FIG. 2.
Northern blot hybridization of infected cell RNA to specific SIRV1 and SIRV2 genome probes. RNA was extracted from cells at various times after infection. Lane 1, uninfected cell RNA; lanes 2 to 6, 30 min, 1 h, 2 h, 3 h, and 4 h p.i., respectively. Double-stranded ...

Transcription of the ITRs of SIRV1 was studied with probes 1 and 11 (Fig. 2B and C). The two bands with lengths of about 0.9 and 1.2 knt hybridizing with probe 1 were also detected by probe 2 (Table (Table1)1) and, thus, apparently represent transcripts starting from the leftward ITR and running across the ITR border. Most likely, they both start at ORF90a. A start at ORF55a was excluded by the results of a hybridization with a probe corresponding to this ORF, showing a signal with a transcript shorter than 0.5 knt. A weak, long transcript of about 2.2 knt detected with probe 1 was not visible in hybridizations with probe 2 and, thus, most likely it is the result of cross-hybridization with the partly homologous rightward ITR. This was indeed confirmed by detection of the same transcript with probe 11 (Fig. (Fig.2C2C).

Transcripts were detected over the whole genomes, and all identified ORFs of both viruses, except those mentioned below, were transcribed. They included also the ORFs unique to one or the other of the highly similar genomes. However, four SIRV2-specific ORFs, ORF156, ORF90, ORF116, and ORF76, were apparently not transcribed. By using either the above-mentioned probes or ORF-specific oligonucleotides, no transcription was detected for SIRV1 and SIRV2 ORF119c, ORF59, and ORF 91 and SIRV1 ORF 101/SIRV2 ORF103c.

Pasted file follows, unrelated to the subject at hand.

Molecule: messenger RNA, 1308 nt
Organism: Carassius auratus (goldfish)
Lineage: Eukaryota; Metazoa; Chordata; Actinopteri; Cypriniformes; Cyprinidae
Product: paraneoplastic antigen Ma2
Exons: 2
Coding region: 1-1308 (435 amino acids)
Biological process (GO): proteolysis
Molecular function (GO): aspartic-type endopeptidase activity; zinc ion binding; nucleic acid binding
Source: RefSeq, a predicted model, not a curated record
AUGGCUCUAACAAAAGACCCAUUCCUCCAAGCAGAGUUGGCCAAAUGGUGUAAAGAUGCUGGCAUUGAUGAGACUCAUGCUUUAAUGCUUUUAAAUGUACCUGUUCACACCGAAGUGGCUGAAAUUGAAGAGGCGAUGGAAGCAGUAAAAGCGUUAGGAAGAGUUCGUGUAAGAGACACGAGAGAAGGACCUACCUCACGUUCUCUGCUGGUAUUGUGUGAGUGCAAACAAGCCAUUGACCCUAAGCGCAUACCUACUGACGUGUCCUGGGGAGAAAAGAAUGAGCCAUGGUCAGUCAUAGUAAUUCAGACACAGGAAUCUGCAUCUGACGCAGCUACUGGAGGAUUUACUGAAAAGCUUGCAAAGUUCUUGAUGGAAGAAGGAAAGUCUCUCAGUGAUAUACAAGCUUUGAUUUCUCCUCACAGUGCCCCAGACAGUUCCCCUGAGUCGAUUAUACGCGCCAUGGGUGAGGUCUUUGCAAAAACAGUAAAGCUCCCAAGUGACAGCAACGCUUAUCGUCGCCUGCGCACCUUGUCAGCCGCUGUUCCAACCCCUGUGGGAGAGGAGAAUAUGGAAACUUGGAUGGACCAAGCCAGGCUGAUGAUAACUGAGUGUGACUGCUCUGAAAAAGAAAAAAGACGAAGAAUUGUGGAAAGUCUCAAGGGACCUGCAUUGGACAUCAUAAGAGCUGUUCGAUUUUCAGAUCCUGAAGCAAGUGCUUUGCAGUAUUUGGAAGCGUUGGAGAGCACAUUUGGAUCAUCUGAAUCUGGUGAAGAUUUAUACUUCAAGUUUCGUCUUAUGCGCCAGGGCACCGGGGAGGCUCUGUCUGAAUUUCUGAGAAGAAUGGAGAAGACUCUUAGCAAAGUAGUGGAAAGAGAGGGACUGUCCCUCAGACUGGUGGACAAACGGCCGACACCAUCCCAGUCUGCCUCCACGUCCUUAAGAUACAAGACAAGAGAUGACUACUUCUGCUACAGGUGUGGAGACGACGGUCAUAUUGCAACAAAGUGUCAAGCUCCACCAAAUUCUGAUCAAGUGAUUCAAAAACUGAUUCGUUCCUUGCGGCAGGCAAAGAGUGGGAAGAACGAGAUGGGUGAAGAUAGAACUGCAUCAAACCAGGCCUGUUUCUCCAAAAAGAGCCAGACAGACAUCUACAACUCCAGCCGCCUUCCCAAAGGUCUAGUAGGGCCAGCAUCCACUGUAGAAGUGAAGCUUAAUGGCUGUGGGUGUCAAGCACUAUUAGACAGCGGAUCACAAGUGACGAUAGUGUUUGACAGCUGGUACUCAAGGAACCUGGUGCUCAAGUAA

The earliest time point when any transcript could be clearly detected was 30 min p.i. However, at this time point most of the ORFs of both genomes appeared to be transcribed. Transcription started nearly simultaneously from 21 sites on the genome of SIRV1 and from 29 sites in the genome of SIRV2. No strand specificity was observed in early transcription: both strands were transcribed with nearly equal efficiency. Transcripts were often large enough to span several ORFs, suggesting many ORFs were clustered into operons. Relative abundance of each transcript could be estimated only approximately; moreover, it was estimated only in those cases when compared signals were revealed in the same hybridization experiment. Generally, within 30 min all transcripts were relatively weak and reached higher levels 1 h p.i. Later, decrease of signals from some transcripts was observed, e.g., from SIRV1 ORF56 and the two transcripts starting from the leftward ITR of SIRV1 (Fig. (Fig.2B).2B). The longer of these transcripts could not be detected at later stages of the replication cycle.